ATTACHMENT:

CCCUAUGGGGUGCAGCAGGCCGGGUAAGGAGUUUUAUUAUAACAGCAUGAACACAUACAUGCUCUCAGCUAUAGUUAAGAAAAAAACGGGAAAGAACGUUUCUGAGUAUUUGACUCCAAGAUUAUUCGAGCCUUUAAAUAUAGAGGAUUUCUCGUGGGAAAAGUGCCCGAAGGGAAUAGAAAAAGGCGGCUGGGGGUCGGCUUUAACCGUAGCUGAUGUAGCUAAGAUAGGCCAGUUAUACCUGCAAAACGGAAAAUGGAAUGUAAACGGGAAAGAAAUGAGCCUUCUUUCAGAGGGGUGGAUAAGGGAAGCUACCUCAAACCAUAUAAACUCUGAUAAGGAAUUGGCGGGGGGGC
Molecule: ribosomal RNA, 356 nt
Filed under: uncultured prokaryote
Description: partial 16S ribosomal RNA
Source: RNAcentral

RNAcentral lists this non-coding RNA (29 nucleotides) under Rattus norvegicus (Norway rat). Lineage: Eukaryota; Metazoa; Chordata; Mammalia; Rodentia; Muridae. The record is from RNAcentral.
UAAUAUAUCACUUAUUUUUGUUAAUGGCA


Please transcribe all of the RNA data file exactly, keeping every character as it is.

CCCUAUGGGGUGCAGCAGGCCGGGUAAGGAGUUUUAUUAUAACAGCAUGAACACAUACAUGCUCUCAGCUAUAGUUAAGAAAAAAACGGGAAAGAACGUUUCUGAGUAUUUGACUCCAAGAUUAUUCGAGCCUUUAAAUAUAGAGGAUUUCUCGUGGGAAAAGUGCCCGAAGGGAAUAGAAAAAGGCGGCUGGGGGUCGGCUUUAACCGUAGCUGAUGUAGCUAAGAUAGGCCAGUUAUACCUGCAAAACGGAAAAUGGAAUGUAAACGGGAAAGAAAUGAGCCUUCUUUCAGAGGGGUGGAUAAGGGAAGCUACCUCAAACCAUAUAAACUCUGAUAAGGAAUUGGCGGGGGGGC
Molecule: ribosomal RNA, 356 nt
Filed under: uncultured prokaryote
Description: partial 16S ribosomal RNA
Source: RNAcentral

RNAcentral lists this non-coding RNA (29 nucleotides) under Rattus norvegicus (Norway rat). Lineage: Eukaryota; Metazoa; Chordata; Mammalia; Rodentia; Muridae. The record is from RNAcentral.
UAAUAUAUCACUUAUUUUUGUUAAUGGCA